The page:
Court Security Improvement Act

Now comes this bill before us, the Court Security Improvement Act of 2007. This bill is the kind of bill which routinely passes in the Senate with no debate. The reason is, it isn't debatable. It comes down to a question of protecting the men and women who serve in the Federal judiciary.

This is an issue which is personal with me. In 2005, one of my close personal friends, a woman I appointed to the Federal court in Chicago, Joan Lefkow, went through a tragic personal experience. Someone invaded her home and murdered her husband and mother. Those killings were perpetrated by a disgruntled litigant who had his case dismissed by Judge Lefkow.

It was an unwelcomed wake-up call for our country. It sensitized many of us to the vulnerability of our judges and their families.

It was not an isolated incident. Last year, a judge was shot in Reno, NV. In Louisville, KY, a man pleaded guilty to threatening to kill the Federal judge presiding over the outcome of his arson trial. In March 2005, three people were killed in an Atlanta courthouse, including a county judge. Just yesterday, there were reports that the car and garage of an Illinois State court judge on the north side of Chicago were damaged by gunshots.

The sad reality is that violence and threats against our judges are on the rise. Between 1996 and 2005, the number of threats and inappropriate communications toward judges went up dramatically--from 201 in 1996 to 943 in 2005. There may be many reasons for this increased violence against judges, but one of the most regrettable is the rise in criticism and condemnation of these fine men and women not only in the halls of Congress but on some of the shock radio shows that go on and pass as news on some cable channels and radio stations.

Justice Sandra Day O'Connor, a woman I respect, who recently retired from the Supreme Court, said recently:

The breadth and intensity of rage currently being leveled at the judiciary may be unmatched in American history.

It is time for the rage and irresponsible rhetoric to come to an end. It is also time for Congress to step up and increase protection for judges.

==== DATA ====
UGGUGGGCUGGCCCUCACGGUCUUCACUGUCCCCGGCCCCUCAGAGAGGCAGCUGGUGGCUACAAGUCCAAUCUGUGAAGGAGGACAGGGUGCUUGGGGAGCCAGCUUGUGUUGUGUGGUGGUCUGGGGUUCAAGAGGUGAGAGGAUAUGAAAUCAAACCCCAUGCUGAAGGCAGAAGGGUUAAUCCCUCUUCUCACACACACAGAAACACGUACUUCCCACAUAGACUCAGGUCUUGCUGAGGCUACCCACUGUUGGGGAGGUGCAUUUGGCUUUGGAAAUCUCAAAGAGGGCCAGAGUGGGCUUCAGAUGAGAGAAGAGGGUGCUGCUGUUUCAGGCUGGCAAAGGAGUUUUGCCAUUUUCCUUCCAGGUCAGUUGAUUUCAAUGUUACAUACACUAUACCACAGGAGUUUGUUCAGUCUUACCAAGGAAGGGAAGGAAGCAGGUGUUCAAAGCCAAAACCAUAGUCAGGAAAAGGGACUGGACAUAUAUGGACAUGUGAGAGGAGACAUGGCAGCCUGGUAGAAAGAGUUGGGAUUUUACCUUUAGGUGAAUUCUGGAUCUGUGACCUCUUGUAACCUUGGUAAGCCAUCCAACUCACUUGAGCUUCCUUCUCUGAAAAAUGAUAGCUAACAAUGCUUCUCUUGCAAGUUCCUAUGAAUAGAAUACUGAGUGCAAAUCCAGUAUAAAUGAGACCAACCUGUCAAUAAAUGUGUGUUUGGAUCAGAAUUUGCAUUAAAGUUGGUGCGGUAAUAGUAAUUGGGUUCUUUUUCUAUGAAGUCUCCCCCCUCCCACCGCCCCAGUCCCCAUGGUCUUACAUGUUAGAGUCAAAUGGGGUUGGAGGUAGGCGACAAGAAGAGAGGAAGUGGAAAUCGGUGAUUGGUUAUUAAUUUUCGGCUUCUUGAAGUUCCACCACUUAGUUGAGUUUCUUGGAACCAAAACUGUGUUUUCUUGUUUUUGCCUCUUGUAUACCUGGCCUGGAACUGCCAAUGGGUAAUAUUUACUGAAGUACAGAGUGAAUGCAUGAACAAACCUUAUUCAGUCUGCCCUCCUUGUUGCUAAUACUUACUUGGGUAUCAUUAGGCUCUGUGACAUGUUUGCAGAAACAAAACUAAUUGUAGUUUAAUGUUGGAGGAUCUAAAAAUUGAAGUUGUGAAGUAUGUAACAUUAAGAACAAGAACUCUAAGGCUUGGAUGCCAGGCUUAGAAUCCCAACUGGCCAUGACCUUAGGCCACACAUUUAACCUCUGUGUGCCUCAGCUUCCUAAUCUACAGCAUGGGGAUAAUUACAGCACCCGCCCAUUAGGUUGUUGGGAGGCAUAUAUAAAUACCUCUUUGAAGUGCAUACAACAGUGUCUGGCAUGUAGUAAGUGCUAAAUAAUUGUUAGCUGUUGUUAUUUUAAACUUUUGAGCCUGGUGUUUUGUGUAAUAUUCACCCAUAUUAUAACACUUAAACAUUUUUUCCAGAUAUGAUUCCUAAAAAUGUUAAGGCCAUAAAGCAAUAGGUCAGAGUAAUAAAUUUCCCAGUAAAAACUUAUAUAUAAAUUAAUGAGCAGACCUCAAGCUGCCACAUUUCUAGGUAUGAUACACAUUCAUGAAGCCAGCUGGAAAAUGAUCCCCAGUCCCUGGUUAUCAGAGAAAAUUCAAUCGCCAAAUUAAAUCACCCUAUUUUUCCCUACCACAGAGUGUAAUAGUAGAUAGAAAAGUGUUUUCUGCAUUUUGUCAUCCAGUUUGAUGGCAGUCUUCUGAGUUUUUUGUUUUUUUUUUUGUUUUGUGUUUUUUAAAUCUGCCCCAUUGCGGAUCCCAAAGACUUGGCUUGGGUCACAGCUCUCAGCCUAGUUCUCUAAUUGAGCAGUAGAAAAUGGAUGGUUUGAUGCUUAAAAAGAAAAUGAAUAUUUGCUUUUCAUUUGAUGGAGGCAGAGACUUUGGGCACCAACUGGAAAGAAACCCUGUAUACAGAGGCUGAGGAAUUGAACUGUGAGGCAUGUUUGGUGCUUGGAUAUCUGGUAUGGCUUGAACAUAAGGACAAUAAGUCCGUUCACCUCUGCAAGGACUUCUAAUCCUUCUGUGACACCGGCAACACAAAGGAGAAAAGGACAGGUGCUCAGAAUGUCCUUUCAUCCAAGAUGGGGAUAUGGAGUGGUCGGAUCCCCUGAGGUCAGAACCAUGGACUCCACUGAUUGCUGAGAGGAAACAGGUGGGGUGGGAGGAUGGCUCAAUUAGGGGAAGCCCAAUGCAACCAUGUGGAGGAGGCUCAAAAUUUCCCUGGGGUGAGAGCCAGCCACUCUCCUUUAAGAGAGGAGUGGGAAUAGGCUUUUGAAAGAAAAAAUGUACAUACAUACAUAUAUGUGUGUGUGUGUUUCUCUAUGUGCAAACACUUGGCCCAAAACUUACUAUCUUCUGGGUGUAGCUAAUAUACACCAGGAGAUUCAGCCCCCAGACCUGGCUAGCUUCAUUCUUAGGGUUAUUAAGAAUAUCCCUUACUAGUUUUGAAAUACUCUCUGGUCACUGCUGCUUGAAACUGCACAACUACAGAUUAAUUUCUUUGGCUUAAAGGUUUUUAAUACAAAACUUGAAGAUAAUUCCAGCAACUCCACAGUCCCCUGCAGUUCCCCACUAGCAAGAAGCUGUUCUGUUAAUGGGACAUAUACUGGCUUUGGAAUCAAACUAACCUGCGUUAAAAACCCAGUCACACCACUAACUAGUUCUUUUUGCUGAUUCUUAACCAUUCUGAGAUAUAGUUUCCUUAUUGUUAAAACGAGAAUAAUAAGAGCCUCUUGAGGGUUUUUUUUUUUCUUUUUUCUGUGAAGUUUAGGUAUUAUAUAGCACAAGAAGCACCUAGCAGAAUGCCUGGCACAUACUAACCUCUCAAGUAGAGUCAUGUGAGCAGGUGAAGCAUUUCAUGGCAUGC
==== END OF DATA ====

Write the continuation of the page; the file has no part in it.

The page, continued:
In 2005, Senator Obama, my junior colleague from Illinois, and I helped obtain an appropriation after the terrible Lefkow incident. We wanted to provide enough money so judges would have some basic protection in their home.

The bill we vote on today--the Court Security Improvement Act of 2007--is another important response. It passed the Senate last year on two different occasions. The House of Representatives refused to take it up. Let me touch on a couple important provisions in this bill, and then let me tell you why, at the end of these remarks, we have reached another terrible moment when it comes to considering a bill of this importance.

First, the bill has new criminal penalties for misusing personal information to threaten harm to judges and their families. It expands the definition of dangerous weapons that are banned from Federal courts. It extends and expands the ability of Federal judges to redact personal information from their financial disclosures that might endanger themselves or their families. It allocates more resources to the U.S. Marshals Service to protect Federal judges. It requires better coordination between the Marshals and the Federal judiciary. It authorizes State courts to receive Federal grant money to improve security. It is essential that we pass this legislation, and it is long overdue.

A year ago, on the first anniversary of the murders of her husband and mother, Judge Lefkow, of Chicago, released a statement. Here is what she said:

The tragedies which we experienced have necessarily alerted me to the fragility of judicial security. Accordingly, I have made a commitment to all of my judicial sisters and brothers to do all in my power to help improve the safety of all judges in the years ahead. It is my fervent hope that nothing that happened in Chicago and Atlanta last year will ever be repeated.

Those are words we need to take to heart today. I commend Majority Leader Harry Reid for bringing up this bill. This Court Security Improvement Act is a legacy to the memory of those judges and family members whose lives were cut short by tragic, vicious acts of violence.

Judges should always feel secure in their courtrooms and safe at home. We owe it to them and their families to do everything we can to protect them.